11/01/2016 by Chris Green
‘I just teach the Bible.’, he said, glaring at me. In a tone that was slightly defiant, slightly challenging, and – if I’m honest, slightly intimidating. Slightly arrogant, too.
I still bristle, years later, as I remember the direct gaze, implying that he spent all his days either with his nose in books, or preaching sermons, and that the rest of us were probably wasting our ministries by doing anything else.
Why do I still bristle? Because I really do get what he wanted to say positively. Enough of self-reliant, self-promoting, self-centred pulpiteering. Enough of clever gimmicks of communication, and wafer-thin messages. Enough of not trusting in the cross of Christ to convert. Enough of anything other than the Bible. We preachers are commanded to ‘Preach the Word.’ And so no-one ever ‘just’ teaches the Bible. Heaven and hell lie open before us and our hearers.
But still… Pause before you hit the play button.
I think I bristle for four main reasons, all to do with that little qualifier, ‘just.’
1. That simple word ‘teach’ is not the only thing the Bible teaches us we are to do with the Bible. Those of us who have the privilege of being preachers must – even minimally – also ‘rebuke, correct, and train in righteousness.’ That means much more than giving an unanswerable lecture. It means we get involved in people’s hearts and minds as they unscramble the big issues of truth and error, and then in their lives as they try to reorder themselves and their habits in line with what they’ve learned. The sequence in 2 Tim 3:16 certainly begins with teaching, but it doesn’t end there.
In fact if we shift to Titus 2, we can see that what Paul tells that pastor to do is ‘teach what accords with sound doctrine.’, and what then flows out is a sequence of life-changing material for men and women, young and old, slaves and masters. They weren’t just taught doctrine, or taught the Bible – they were taught the implications, too.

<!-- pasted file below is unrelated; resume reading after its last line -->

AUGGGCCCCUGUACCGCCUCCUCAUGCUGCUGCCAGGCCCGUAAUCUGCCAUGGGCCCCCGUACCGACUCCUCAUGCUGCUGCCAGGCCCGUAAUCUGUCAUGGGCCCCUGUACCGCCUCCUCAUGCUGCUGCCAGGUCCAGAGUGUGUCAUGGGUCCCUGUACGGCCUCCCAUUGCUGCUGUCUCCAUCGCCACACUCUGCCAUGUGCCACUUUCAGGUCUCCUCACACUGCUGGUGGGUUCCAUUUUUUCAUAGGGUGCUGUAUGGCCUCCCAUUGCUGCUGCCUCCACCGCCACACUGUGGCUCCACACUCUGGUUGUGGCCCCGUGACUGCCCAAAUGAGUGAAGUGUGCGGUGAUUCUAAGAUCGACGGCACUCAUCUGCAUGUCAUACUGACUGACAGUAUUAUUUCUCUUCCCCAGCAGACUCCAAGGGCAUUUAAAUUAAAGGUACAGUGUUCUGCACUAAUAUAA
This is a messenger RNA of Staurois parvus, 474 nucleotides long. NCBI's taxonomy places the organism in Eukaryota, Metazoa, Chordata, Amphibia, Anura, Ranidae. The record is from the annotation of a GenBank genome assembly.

2. The word ‘teach’ is quite a plastic term, implying far more than a monologue. Read the second half of Acts and look at the words Luke uses to describe the activities of Paul and his team: reasoning, proving, refuting, explaining- all of that fits into the word ‘teach’ , and if I read Acts properly it means quite a bit of dialogue and discussion. And Luke describes training, and personal work, and he models writing good stuff too. In the Pastorals, directing a local church properly is also an aspect of teaching.
The problem is that my friend had narrowed the ‘teaching’ word to one of its elements, ‘preaching’, and then narrowed that word to one particular expression of it: the 30 minute expository form. And unless an activity fitted that particular cultural expression of teaching, it didn’t count.
Now to me that is a really helpful focussing of the issue, because I do still maintain that expository preaching is the best way of feeding a church on a regular basis. Careful, regular exposure to the entirety of what the bible says is the healthiest diet we can offer. We’ve just worked through James, and have started to work through Exodus. That’s our food.